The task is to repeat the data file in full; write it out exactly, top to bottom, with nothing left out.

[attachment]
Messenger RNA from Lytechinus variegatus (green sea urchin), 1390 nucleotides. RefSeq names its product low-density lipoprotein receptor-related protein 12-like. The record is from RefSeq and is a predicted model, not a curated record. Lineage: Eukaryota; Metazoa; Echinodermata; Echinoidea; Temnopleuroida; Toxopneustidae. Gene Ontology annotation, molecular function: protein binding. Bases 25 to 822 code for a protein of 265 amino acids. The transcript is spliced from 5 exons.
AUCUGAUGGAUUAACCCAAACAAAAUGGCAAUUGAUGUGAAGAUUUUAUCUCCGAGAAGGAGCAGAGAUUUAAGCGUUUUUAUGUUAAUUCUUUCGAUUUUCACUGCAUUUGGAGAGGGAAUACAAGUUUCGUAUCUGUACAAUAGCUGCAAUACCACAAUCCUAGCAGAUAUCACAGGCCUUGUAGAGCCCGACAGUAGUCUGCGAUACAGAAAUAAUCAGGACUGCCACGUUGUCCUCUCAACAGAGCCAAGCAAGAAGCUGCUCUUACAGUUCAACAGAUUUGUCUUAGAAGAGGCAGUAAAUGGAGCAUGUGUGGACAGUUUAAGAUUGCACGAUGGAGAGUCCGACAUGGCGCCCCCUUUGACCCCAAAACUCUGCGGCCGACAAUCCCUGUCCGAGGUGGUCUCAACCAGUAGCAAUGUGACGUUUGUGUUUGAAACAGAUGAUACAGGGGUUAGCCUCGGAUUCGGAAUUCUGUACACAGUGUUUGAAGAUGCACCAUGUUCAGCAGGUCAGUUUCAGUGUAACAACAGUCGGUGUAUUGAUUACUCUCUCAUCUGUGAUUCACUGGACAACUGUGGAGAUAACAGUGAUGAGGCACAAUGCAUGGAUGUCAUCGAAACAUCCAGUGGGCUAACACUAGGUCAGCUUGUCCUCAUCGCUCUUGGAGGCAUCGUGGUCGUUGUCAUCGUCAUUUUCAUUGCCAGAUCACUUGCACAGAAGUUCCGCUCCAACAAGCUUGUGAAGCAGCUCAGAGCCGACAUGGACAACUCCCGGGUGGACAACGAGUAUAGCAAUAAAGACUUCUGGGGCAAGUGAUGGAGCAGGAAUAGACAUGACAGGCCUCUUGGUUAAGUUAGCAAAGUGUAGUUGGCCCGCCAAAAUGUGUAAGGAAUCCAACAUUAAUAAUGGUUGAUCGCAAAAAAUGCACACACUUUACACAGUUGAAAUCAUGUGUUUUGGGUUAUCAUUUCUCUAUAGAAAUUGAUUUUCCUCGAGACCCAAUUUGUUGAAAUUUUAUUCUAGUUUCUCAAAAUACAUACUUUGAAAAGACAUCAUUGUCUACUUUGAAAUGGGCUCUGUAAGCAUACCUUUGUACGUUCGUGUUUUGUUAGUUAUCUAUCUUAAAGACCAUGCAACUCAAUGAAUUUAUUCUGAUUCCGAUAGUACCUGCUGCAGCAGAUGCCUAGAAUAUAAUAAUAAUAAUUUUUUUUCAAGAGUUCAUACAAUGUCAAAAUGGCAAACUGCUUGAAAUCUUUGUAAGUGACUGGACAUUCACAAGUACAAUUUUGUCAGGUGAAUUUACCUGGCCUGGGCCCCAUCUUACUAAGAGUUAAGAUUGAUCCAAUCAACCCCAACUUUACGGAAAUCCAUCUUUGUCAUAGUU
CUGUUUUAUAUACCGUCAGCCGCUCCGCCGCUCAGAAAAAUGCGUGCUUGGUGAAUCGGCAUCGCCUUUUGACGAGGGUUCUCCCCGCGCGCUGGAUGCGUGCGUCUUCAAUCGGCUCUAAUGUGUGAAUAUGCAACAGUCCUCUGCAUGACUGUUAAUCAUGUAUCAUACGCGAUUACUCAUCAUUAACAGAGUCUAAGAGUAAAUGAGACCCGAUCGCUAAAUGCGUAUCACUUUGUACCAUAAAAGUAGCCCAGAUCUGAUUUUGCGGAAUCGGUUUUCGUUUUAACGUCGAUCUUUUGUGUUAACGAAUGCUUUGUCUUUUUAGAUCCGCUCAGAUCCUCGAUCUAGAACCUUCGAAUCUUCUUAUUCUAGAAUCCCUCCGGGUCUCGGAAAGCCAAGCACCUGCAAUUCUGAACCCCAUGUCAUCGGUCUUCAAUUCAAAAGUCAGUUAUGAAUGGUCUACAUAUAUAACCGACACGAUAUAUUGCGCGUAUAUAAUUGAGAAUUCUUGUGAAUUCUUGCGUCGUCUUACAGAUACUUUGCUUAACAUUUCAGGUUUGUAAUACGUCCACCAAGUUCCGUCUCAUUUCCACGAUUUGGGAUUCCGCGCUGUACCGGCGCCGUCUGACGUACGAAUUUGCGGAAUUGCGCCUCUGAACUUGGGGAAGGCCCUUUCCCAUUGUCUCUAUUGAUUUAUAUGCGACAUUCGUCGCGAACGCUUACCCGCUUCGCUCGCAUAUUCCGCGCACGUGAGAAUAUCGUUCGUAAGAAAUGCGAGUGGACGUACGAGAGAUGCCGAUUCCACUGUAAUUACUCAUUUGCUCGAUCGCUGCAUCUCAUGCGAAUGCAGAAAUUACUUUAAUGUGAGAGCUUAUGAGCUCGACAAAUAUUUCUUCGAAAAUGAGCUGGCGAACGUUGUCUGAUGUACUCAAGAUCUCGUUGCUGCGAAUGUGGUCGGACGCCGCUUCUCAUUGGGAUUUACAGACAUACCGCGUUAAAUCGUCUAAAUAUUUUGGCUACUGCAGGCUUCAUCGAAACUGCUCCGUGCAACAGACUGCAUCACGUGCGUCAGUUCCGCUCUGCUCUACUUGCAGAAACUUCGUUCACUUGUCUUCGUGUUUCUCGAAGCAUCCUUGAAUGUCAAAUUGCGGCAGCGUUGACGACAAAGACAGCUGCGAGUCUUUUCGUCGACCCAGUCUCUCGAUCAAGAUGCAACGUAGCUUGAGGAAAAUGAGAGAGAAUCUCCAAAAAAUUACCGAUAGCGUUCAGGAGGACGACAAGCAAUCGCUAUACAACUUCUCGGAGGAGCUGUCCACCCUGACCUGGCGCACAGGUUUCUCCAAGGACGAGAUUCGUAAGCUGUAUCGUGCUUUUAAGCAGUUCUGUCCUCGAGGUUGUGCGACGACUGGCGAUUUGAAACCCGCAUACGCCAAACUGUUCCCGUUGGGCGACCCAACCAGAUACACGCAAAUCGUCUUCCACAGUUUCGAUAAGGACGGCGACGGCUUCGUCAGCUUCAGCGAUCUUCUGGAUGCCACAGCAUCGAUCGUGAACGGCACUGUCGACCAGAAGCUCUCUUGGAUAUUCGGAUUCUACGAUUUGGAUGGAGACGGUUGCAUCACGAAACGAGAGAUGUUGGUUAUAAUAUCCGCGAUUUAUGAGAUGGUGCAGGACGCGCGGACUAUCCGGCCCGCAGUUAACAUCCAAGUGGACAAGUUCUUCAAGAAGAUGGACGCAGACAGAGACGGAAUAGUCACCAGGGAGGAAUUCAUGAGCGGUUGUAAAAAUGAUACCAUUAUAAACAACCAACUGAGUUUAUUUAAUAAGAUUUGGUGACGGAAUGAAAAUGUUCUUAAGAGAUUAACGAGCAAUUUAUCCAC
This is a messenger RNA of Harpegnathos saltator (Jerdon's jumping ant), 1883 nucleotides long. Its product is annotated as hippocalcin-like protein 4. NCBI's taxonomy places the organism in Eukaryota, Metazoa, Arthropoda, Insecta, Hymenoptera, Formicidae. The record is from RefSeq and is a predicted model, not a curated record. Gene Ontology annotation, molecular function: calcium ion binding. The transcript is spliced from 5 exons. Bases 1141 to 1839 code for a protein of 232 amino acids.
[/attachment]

Messenger RNA from Lytechinus variegatus (green sea urchin), 1390 nucleotides. RefSeq names its product low-density lipoprotein receptor-related protein 12-like. The record is from RefSeq and is a predicted model, not a curated record. Lineage: Eukaryota; Metazoa; Echinodermata; Echinoidea; Temnopleuroida; Toxopneustidae. Gene Ontology annotation, molecular function: protein binding. Bases 25 to 822 code for a protein of 265 amino acids. The transcript is spliced from 5 exons.
AUCUGAUGGAUUAACCCAAACAAAAUGGCAAUUGAUGUGAAGAUUUUAUCUCCGAGAAGGAGCAGAGAUUUAAGCGUUUUUAUGUUAAUUCUUUCGAUUUUCACUGCAUUUGGAGAGGGAAUACAAGUUUCGUAUCUGUACAAUAGCUGCAAUACCACAAUCCUAGCAGAUAUCACAGGCCUUGUAGAGCCCGACAGUAGUCUGCGAUACAGAAAUAAUCAGGACUGCCACGUUGUCCUCUCAACAGAGCCAAGCAAGAAGCUGCUCUUACAGUUCAACAGAUUUGUCUUAGAAGAGGCAGUAAAUGGAGCAUGUGUGGACAGUUUAAGAUUGCACGAUGGAGAGUCCGACAUGGCGCCCCCUUUGACCCCAAAACUCUGCGGCCGACAAUCCCUGUCCGAGGUGGUCUCAACCAGUAGCAAUGUGACGUUUGUGUUUGAAACAGAUGAUACAGGGGUUAGCCUCGGAUUCGGAAUUCUGUACACAGUGUUUGAAGAUGCACCAUGUUCAGCAGGUCAGUUUCAGUGUAACAACAGUCGGUGUAUUGAUUACUCUCUCAUCUGUGAUUCACUGGACAACUGUGGAGAUAACAGUGAUGAGGCACAAUGCAUGGAUGUCAUCGAAACAUCCAGUGGGCUAACACUAGGUCAGCUUGUCCUCAUCGCUCUUGGAGGCAUCGUGGUCGUUGUCAUCGUCAUUUUCAUUGCCAGAUCACUUGCACAGAAGUUCCGCUCCAACAAGCUUGUGAAGCAGCUCAGAGCCGACAUGGACAACUCCCGGGUGGACAACGAGUAUAGCAAUAAAGACUUCUGGGGCAAGUGAUGGAGCAGGAAUAGACAUGACAGGCCUCUUGGUUAAGUUAGCAAAGUGUAGUUGGCCCGCCAAAAUGUGUAAGGAAUCCAACAUUAAUAAUGGUUGAUCGCAAAAAAUGCACACACUUUACACAGUUGAAAUCAUGUGUUUUGGGUUAUCAUUUCUCUAUAGAAAUUGAUUUUCCUCGAGACCCAAUUUGUUGAAAUUUUAUUCUAGUUUCUCAAAAUACAUACUUUGAAAAGACAUCAUUGUCUACUUUGAAAUGGGCUCUGUAAGCAUACCUUUGUACGUUCGUGUUUUGUUAGUUAUCUAUCUUAAAGACCAUGCAACUCAAUGAAUUUAUUCUGAUUCCGAUAGUACCUGCUGCAGCAGAUGCCUAGAAUAUAAUAAUAAUAAUUUUUUUUCAAGAGUUCAUACAAUGUCAAAAUGGCAAACUGCUUGAAAUCUUUGUAAGUGACUGGACAUUCACAAGUACAAUUUUGUCAGGUGAAUUUACCUGGCCUGGGCCCCAUCUUACUAAGAGUUAAGAUUGAUCCAAUCAACCCCAACUUUACGGAAAUCCAUCUUUGUCAUAGUU
CUGUUUUAUAUACCGUCAGCCGCUCCGCCGCUCAGAAAAAUGCGUGCUUGGUGAAUCGGCAUCGCCUUUUGACGAGGGUUCUCCCCGCGCGCUGGAUGCGUGCGUCUUCAAUCGGCUCUAAUGUGUGAAUAUGCAACAGUCCUCUGCAUGACUGUUAAUCAUGUAUCAUACGCGAUUACUCAUCAUUAACAGAGUCUAAGAGUAAAUGAGACCCGAUCGCUAAAUGCGUAUCACUUUGUACCAUAAAAGUAGCCCAGAUCUGAUUUUGCGGAAUCGGUUUUCGUUUUAACGUCGAUCUUUUGUGUUAACGAAUGCUUUGUCUUUUUAGAUCCGCUCAGAUCCUCGAUCUAGAACCUUCGAAUCUUCUUAUUCUAGAAUCCCUCCGGGUCUCGGAAAGCCAAGCACCUGCAAUUCUGAACCCCAUGUCAUCGGUCUUCAAUUCAAAAGUCAGUUAUGAAUGGUCUACAUAUAUAACCGACACGAUAUAUUGCGCGUAUAUAAUUGAGAAUUCUUGUGAAUUCUUGCGUCGUCUUACAGAUACUUUGCUUAACAUUUCAGGUUUGUAAUACGUCCACCAAGUUCCGUCUCAUUUCCACGAUUUGGGAUUCCGCGCUGUACCGGCGCCGUCUGACGUACGAAUUUGCGGAAUUGCGCCUCUGAACUUGGGGAAGGCCCUUUCCCAUUGUCUCUAUUGAUUUAUAUGCGACAUUCGUCGCGAACGCUUACCCGCUUCGCUCGCAUAUUCCGCGCACGUGAGAAUAUCGUUCGUAAGAAAUGCGAGUGGACGUACGAGAGAUGCCGAUUCCACUGUAAUUACUCAUUUGCUCGAUCGCUGCAUCUCAUGCGAAUGCAGAAAUUACUUUAAUGUGAGAGCUUAUGAGCUCGACAAAUAUUUCUUCGAAAAUGAGCUGGCGAACGUUGUCUGAUGUACUCAAGAUCUCGUUGCUGCGAAUGUGGUCGGACGCCGCUUCUCAUUGGGAUUUACAGACAUACCGCGUUAAAUCGUCUAAAUAUUUUGGCUACUGCAGGCUUCAUCGAAACUGCUCCGUGCAACAGACUGCAUCACGUGCGUCAGUUCCGCUCUGCUCUACUUGCAGAAACUUCGUUCACUUGUCUUCGUGUUUCUCGAAGCAUCCUUGAAUGUCAAAUUGCGGCAGCGUUGACGACAAAGACAGCUGCGAGUCUUUUCGUCGACCCAGUCUCUCGAUCAAGAUGCAACGUAGCUUGAGGAAAAUGAGAGAGAAUCUCCAAAAAAUUACCGAUAGCGUUCAGGAGGACGACAAGCAAUCGCUAUACAACUUCUCGGAGGAGCUGUCCACCCUGACCUGGCGCACAGGUUUCUCCAAGGACGAGAUUCGUAAGCUGUAUCGUGCUUUUAAGCAGUUCUGUCCUCGAGGUUGUGCGACGACUGGCGAUUUGAAACCCGCAUACGCCAAACUGUUCCCGUUGGGCGACCCAACCAGAUACACGCAAAUCGUCUUCCACAGUUUCGAUAAGGACGGCGACGGCUUCGUCAGCUUCAGCGAUCUUCUGGAUGCCACAGCAUCGAUCGUGAACGGCACUGUCGACCAGAAGCUCUCUUGGAUAUUCGGAUUCUACGAUUUGGAUGGAGACGGUUGCAUCACGAAACGAGAGAUGUUGGUUAUAAUAUCCGCGAUUUAUGAGAUGGUGCAGGACGCGCGGACUAUCCGGCCCGCAGUUAACAUCCAAGUGGACAAGUUCUUCAAGAAGAUGGACGCAGACAGAGACGGAAUAGUCACCAGGGAGGAAUUCAUGAGCGGUUGUAAAAAUGAUACCAUUAUAAACAACCAACUGAGUUUAUUUAAUAAGAUUUGGUGACGGAAUGAAAAUGUUCUUAAGAGAUUAACGAGCAAUUUAUCCAC
This is a messenger RNA of Harpegnathos saltator (Jerdon's jumping ant), 1883 nucleotides long. Its product is annotated as hippocalcin-like protein 4. NCBI's taxonomy places the organism in Eukaryota, Metazoa, Arthropoda, Insecta, Hymenoptera, Formicidae. The record is from RefSeq and is a predicted model, not a curated record. Gene Ontology annotation, molecular function: calcium ion binding. The transcript is spliced from 5 exons. Bases 1141 to 1839 code for a protein of 232 amino acids.